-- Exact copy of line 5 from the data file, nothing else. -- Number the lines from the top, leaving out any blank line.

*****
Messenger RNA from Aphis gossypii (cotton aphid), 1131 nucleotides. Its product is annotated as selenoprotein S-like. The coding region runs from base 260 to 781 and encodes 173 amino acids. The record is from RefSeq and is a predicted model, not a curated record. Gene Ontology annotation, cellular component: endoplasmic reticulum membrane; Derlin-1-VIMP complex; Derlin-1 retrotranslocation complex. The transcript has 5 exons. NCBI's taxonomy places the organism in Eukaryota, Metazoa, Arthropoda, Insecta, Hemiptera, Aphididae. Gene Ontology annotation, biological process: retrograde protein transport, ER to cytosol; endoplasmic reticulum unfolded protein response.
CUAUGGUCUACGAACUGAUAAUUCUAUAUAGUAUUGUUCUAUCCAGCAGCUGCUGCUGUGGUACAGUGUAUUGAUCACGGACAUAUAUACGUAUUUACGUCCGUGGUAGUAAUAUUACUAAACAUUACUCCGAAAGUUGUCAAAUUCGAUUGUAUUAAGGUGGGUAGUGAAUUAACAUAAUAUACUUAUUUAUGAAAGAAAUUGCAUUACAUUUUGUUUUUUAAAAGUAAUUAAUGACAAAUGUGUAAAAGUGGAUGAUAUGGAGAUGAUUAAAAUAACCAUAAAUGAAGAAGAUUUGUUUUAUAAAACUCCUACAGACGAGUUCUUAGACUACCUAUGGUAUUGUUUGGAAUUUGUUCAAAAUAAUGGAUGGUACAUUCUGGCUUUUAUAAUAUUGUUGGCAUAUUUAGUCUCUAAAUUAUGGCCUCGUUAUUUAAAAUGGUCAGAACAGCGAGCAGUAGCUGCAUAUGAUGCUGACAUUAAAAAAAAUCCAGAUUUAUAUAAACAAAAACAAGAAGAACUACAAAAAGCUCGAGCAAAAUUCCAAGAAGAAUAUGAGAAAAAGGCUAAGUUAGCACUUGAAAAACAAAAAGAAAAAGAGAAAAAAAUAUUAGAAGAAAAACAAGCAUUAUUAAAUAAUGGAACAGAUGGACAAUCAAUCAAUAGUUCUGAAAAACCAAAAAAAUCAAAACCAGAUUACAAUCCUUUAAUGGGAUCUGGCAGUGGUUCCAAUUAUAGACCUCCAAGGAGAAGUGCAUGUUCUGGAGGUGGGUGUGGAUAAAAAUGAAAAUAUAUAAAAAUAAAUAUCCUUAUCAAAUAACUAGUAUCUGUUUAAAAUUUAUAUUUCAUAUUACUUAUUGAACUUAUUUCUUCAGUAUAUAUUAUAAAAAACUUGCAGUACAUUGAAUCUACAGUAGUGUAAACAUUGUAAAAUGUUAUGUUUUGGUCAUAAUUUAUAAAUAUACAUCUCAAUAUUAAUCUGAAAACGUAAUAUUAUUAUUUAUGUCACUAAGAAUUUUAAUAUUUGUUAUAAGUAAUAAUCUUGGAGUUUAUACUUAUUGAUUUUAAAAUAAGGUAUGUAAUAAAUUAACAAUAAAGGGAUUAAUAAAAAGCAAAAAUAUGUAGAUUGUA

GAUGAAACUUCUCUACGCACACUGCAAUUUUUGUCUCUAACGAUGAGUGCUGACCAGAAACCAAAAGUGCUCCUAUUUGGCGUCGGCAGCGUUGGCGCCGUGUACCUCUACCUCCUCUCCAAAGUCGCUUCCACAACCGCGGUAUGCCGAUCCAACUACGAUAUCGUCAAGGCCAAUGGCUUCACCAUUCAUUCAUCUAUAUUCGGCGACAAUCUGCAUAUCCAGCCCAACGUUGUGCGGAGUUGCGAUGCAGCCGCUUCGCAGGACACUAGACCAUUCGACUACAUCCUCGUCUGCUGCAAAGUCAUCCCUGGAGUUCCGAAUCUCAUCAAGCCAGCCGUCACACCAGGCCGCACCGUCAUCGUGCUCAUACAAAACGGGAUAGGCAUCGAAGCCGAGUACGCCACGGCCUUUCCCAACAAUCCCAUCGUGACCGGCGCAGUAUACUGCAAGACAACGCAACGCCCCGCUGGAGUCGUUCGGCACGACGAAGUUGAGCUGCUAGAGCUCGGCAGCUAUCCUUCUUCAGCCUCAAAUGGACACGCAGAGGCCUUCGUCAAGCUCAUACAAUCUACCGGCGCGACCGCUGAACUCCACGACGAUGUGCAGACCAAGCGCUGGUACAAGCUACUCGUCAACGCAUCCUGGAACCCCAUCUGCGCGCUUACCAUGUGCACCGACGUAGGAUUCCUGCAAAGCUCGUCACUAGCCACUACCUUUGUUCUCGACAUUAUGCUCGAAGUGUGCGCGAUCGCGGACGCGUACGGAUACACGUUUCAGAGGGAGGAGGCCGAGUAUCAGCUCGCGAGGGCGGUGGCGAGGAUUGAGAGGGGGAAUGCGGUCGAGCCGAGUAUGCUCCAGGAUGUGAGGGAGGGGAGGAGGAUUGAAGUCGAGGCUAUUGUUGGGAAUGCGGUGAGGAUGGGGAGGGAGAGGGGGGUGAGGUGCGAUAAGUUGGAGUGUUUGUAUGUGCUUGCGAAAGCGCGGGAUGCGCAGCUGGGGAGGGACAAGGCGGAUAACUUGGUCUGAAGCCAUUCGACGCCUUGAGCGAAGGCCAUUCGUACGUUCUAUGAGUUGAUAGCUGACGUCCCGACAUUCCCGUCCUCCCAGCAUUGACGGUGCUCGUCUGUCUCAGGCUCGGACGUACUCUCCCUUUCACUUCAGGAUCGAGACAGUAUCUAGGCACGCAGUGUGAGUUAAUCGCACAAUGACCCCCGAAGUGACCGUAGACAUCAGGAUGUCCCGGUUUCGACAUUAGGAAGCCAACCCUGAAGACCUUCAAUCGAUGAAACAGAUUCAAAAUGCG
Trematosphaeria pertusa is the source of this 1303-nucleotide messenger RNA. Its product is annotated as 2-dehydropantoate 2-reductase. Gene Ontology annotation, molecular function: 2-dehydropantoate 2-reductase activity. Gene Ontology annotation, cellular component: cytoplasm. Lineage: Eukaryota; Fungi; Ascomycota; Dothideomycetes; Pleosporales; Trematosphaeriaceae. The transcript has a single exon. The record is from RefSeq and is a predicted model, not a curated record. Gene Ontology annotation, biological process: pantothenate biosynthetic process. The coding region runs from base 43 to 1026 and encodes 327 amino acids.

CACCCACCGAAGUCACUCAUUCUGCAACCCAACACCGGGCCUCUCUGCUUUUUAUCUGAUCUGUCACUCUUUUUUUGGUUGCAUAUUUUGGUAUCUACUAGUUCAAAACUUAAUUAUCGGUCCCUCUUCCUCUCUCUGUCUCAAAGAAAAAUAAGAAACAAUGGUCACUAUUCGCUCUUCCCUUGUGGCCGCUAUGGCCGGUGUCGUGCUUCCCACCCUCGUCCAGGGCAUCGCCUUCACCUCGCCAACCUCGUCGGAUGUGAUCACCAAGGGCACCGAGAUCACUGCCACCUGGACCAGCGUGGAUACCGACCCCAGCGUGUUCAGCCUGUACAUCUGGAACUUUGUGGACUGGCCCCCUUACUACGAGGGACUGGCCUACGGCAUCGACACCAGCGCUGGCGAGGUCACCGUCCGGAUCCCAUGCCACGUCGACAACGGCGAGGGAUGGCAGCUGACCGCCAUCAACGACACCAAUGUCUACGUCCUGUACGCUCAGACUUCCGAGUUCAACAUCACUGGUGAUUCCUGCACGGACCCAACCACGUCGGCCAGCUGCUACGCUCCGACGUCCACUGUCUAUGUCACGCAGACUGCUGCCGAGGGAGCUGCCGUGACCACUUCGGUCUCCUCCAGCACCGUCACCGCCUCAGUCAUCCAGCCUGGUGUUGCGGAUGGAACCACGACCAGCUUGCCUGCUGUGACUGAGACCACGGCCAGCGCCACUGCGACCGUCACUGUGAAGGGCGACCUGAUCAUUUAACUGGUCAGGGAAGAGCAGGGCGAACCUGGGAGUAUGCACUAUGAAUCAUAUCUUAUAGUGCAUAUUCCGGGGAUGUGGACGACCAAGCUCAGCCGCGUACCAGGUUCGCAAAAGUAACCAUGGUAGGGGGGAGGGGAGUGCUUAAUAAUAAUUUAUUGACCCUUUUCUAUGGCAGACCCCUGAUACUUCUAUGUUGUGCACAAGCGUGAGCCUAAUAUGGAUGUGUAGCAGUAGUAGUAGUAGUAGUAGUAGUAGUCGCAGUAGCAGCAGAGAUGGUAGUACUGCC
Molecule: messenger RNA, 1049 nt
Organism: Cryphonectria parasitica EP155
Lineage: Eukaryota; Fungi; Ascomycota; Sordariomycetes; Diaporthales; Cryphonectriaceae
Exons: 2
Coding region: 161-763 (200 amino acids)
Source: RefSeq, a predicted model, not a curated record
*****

CACCCACCGAAGUCACUCAUUCUGCAACCCAACACCGGGCCUCUCUGCUUUUUAUCUGAUCUGUCACUCUUUUUUUGGUUGCAUAUUUUGGUAUCUACUAGUUCAAAACUUAAUUAUCGGUCCCUCUUCCUCUCUCUGUCUCAAAGAAAAAUAAGAAACAAUGGUCACUAUUCGCUCUUCCCUUGUGGCCGCUAUGGCCGGUGUCGUGCUUCCCACCCUCGUCCAGGGCAUCGCCUUCACCUCGCCAACCUCGUCGGAUGUGAUCACCAAGGGCACCGAGAUCACUGCCACCUGGACCAGCGUGGAUACCGACCCCAGCGUGUUCAGCCUGUACAUCUGGAACUUUGUGGACUGGCCCCCUUACUACGAGGGACUGGCCUACGGCAUCGACACCAGCGCUGGCGAGGUCACCGUCCGGAUCCCAUGCCACGUCGACAACGGCGAGGGAUGGCAGCUGACCGCCAUCAACGACACCAAUGUCUACGUCCUGUACGCUCAGACUUCCGAGUUCAACAUCACUGGUGAUUCCUGCACGGACCCAACCACGUCGGCCAGCUGCUACGCUCCGACGUCCACUGUCUAUGUCACGCAGACUGCUGCCGAGGGAGCUGCCGUGACCACUUCGGUCUCCUCCAGCACCGUCACCGCCUCAGUCAUCCAGCCUGGUGUUGCGGAUGGAACCACGACCAGCUUGCCUGCUGUGACUGAGACCACGGCCAGCGCCACUGCGACCGUCACUGUGAAGGGCGACCUGAUCAUUUAACUGGUCAGGGAAGAGCAGGGCGAACCUGGGAGUAUGCACUAUGAAUCAUAUCUUAUAGUGCAUAUUCCGGGGAUGUGGACGACCAAGCUCAGCCGCGUACCAGGUUCGCAAAAGUAACCAUGGUAGGGGGGAGGGGAGUGCUUAAUAAUAAUUUAUUGACCCUUUUCUAUGGCAGACCCCUGAUACUUCUAUGUUGUGCACAAGCGUGAGCCUAAUAUGGAUGUGUAGCAGUAGUAGUAGUAGUAGUAGUAGUAGUCGCAGUAGCAGCAGAGAUGGUAGUACUGCC